In physics applications, we can encounter a Herglotz-Nevanlinna (H-N) function that does not decay fast enough along the imaginary axis to be classified as a Stieltjes function, which is well-known to have a simplified integral representation formula. However, in these applications the corresponding Nevanlinna functions might have certain nice properties along the real axis and hence can possess useful integral representation formulas. In this talk, I will present two examples of H-N functions in the context of two-phase porous/poroelastic materials. In the first example, H-N arises because of the causality encoded in the viscodynamic response of poroelastic materials; it is applied to create an effective numerical scheme for handling the memory terms in the poroelastic wave equations. In the second example, the technique of H-N functions is used to treat the effective permeability of a mixture of fluid with tiny bubbles inclusions and that of the mixture of fluid and solid inclusions in a unified framework.
Michal Outrata, Virginia Tech
When using implicit Runge-Kutta methods for solving parabolic PDEs, solving the stage equations is often the computational bottleneck, as the dimension of the stage equations Mk=b for an s-stage Runge-Kutta method becomes $sn$ where the spatial discretization dimension $n$ can be very large. Hence the solution process often requires the use of iterative solvers, whose convergence can be less than satisfactory. Moreover, due to the structure of the stage equations, the matrix $M$ does not necessarily inherit any of the preferable properties of the spatial operator, making GMRES the go-to solver and hence there is a need for a preconditioner. Recently in  and also [1, 2] a new block preconditioner was proposed and numerically tested with promising results. Using spectral analysis and the particular structure of M , we study the properties of this class of preconditioners, focusing on the eigenproperties of the preconditioned system, and we obtain interesting results for the eigenvalues of the preconditioned system for a general Butcher matrix. In particular, for low number of stages, i.e., s = 2, 3, we obtain explicit formulas for the eigenproperties of the preconditioned system and for general s we can explain and predict the characteristic features of the spectrum of the preconditioned system observed in . As the eigenvalues alone are known to not be sufficient to predict the GMRES convergence behavior in general, we also focus on the eigenvectors, which altogether allows us to give descriptive bounds of the GMRES convergence behavior for the preconditioned system. We then numerically optimize the Butcher tableau for the performance of the entire solution process, rather than only the order of convergence of the Runge-Kutta method. To do so requires careful balancing of the numerical stability of the Runge-Kutta method, its order of convergence and the convergence of the iterative solver for the stage equations. (Joint work with Martin Gander)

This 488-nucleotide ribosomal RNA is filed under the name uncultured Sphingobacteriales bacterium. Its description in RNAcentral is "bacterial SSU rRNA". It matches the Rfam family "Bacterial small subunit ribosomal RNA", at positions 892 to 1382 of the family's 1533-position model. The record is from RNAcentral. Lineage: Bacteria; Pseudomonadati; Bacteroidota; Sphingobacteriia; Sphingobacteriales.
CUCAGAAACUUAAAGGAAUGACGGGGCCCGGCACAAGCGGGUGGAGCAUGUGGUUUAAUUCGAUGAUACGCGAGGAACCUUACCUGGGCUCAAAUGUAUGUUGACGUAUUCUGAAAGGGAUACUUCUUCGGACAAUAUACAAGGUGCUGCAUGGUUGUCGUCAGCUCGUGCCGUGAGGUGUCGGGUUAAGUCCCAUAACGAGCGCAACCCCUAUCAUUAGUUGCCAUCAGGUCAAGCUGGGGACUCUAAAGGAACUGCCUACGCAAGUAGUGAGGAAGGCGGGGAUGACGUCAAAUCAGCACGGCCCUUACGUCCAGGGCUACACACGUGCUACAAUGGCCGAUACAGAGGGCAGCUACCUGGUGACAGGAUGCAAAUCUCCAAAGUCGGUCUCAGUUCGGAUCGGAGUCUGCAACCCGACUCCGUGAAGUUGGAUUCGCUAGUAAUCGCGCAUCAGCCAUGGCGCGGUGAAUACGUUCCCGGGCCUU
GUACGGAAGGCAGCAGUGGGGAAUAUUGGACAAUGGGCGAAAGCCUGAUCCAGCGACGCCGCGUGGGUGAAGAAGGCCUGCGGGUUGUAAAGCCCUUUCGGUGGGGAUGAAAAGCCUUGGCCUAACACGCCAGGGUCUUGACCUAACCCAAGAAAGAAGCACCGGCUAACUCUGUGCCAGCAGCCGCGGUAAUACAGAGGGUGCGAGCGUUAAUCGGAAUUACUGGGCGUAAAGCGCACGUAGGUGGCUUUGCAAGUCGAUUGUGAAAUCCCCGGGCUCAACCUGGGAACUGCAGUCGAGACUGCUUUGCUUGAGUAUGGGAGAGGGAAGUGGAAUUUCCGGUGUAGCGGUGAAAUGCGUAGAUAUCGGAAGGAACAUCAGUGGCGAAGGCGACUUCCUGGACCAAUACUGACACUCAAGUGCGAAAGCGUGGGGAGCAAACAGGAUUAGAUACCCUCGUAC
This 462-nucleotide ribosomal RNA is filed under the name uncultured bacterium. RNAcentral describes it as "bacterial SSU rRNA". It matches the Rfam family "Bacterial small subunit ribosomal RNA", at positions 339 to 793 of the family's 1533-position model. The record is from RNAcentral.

M. M. Rana, V. E. Howle, K. Long, A. Meek, W. Milestone. A New Block Preconditioner
for Implicit Runge-Kutta Methods for Parabolic PDE Problems. SIAM Journal on Scientific
Computing, vol (43): S475–S495, 2021
 M. R. Clines, V. E. Howle, K. R. Long. Efficient order-optimal preconditioners for implicit
Runge-Kutta and Runge-Kutta-Nystr ̈om methods applicable to a large class of parabolic and
hyperbolic PDEs. arXiv: https: // arxiv. org/ abs/ 2206. 08991 , 2022
 M. Neytcheva, O. Axelsson. Numerical solution methods for implicit Runge-Kutta methods of
arbitrarily high order. Proceedings of ALGORITHMY 2020, ISBN : 978-80-227-5032-5, 2020
Giorgio Ascoli, George Mason University
Santiago Ramon y Cajal, widely hailed for ushering neuroscience into the modern era, described the brain jungle as impenetrable. Indeed, a century after his seminal call to arms, our understanding of neural architecture is still partial. Nevertheless, groundbreaking neuroinformatics progress in the past decades opened exciting new possibilities to test and refine the theoretical foundations of neural function with large-scale, data-driven computer simulations. This talk will highlight two open-access computational neuroanatomy resources fostering collaborative research. NeuroMorpho.Org is a database of digital reconstructions of neuronal and glial morphology from any animal species, developmental stage, and experimental methods. Hippocampome.org is a knowledge base of neuron types in the mammalian hippocampus enabling the implementation of biologically detailed spiking neural network models of associative memory and spatial navigation.
Zachary Miksis, Temple University
Fast sweeping WENO methods are a class of explicit iterative methods for solving steady-state hyperbolic PDEs. While they are able to produce high-order accurate solutions, WENO methods can be computationally expensive due to the use of multiple approximating interpolation stencils. This problem is compounded in multi-dimensional settings, and the computational cost of the iterative scheme can become enormous. In this talk, I will present the recent application of the sparse-grid combination technique, which has shown to be and effective approximation tool for high-dimensional problems, to fast sweeping WENO methods in order to reduce their computational cost.